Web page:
Nigerian rights panel begins probe of military

STORY: A special Nigerian human rights panel began investigating on Tuesday reports by Reuters that the army massacred children and ran a secret forced abortion program in its campaign against Islamist insurgents.

And the panel said it would refer for prosecution those it considered guilty of rights violations.

The Nigerian military has always denied the reports, first published in December, and has said it would not carry out its own investigation because the reports weren't true.

On Tuesday Anthony Ojukwu, executive secretary of the government-appointed National Human Rights Commission, or NHRC, publicly launched the seven-member investigation panel led by a retired Supreme Court judge in Abuja.

''It is the hope of the commission and indeed every Nigerian, that this panel will work hard with all the human and other resources at their disposal, to investigate and unravel the truth behind these allegations, and ensure that justice is done in all appropriate cases."

Reuters reported in December, based on dozens of witness accounts and documentation, that the military abortion program involved terminating at least 10,000 pregnancies among women and girls, many of whom had been kidnapped and raped by Islamist militants.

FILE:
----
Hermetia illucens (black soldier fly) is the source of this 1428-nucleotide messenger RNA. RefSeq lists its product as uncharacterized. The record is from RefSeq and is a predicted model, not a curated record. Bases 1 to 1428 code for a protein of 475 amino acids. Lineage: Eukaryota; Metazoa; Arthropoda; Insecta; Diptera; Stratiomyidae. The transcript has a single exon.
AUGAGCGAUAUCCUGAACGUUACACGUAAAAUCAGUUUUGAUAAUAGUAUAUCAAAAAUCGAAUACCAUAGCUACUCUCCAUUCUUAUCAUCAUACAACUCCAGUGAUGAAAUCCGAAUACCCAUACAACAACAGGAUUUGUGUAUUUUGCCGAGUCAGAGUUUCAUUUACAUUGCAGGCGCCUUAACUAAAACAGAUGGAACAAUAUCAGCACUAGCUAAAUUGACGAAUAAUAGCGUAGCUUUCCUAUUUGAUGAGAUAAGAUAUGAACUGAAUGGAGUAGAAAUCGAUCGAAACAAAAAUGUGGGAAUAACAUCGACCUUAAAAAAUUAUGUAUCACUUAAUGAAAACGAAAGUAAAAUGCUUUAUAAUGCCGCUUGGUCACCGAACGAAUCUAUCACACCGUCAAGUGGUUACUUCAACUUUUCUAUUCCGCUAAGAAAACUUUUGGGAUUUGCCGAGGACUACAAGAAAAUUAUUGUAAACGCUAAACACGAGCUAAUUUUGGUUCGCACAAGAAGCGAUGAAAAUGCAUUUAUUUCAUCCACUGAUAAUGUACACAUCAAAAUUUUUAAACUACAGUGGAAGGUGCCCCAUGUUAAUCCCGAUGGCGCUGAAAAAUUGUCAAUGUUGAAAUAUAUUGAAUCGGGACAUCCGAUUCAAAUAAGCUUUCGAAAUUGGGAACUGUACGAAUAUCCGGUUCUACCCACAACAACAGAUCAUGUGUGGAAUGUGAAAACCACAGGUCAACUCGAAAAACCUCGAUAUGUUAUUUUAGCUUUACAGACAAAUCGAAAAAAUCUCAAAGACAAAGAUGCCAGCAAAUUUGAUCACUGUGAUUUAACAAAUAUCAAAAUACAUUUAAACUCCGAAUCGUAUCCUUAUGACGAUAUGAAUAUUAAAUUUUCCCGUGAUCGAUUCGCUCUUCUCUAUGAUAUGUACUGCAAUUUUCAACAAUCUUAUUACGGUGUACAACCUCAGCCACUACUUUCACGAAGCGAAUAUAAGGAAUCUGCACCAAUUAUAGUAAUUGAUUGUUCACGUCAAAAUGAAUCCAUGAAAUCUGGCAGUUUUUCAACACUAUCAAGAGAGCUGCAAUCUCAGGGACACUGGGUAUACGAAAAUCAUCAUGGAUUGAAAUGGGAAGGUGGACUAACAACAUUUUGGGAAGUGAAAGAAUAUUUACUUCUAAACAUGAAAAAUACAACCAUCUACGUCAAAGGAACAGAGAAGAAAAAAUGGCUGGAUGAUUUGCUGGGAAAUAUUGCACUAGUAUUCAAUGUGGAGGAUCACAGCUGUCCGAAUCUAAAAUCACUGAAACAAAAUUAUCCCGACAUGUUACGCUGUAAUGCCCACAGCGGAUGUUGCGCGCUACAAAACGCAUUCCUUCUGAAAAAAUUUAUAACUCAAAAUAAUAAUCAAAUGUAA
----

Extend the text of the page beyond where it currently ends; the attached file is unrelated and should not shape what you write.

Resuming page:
A second Reuters report that month, again citing dozens of witnesses, said that the army intentionally killed children in the war, under a presumption they were, or would become, terrorists.

Nigerian military leaders said the abortion program did not exist and that children were never targeted for killing.

The NHRC panel's chairman is Justice Abdu Aboki.

"It is now our job as a panel, to investigate all the allegations of gross human rights violations raised in the report.''

The NHRC has no powers to prosecute human rights violators but can recommend prosecution for offenders.

The panel's responsibilities include determining the culpability of individuals and institutions in the alleged rights violations and referring any violators requiring prosecution to the Attorney General, said Ojukwu.

The panel would also determine damages or compensation in relation to any violation of human rights, he said.

Ojukwu did not say how long the investigations would take.

Although largely independent, rights groups say the NHRC is inadequately funded and its lack of prosecuting powers has weakened its ability to effectively bring offenders to account.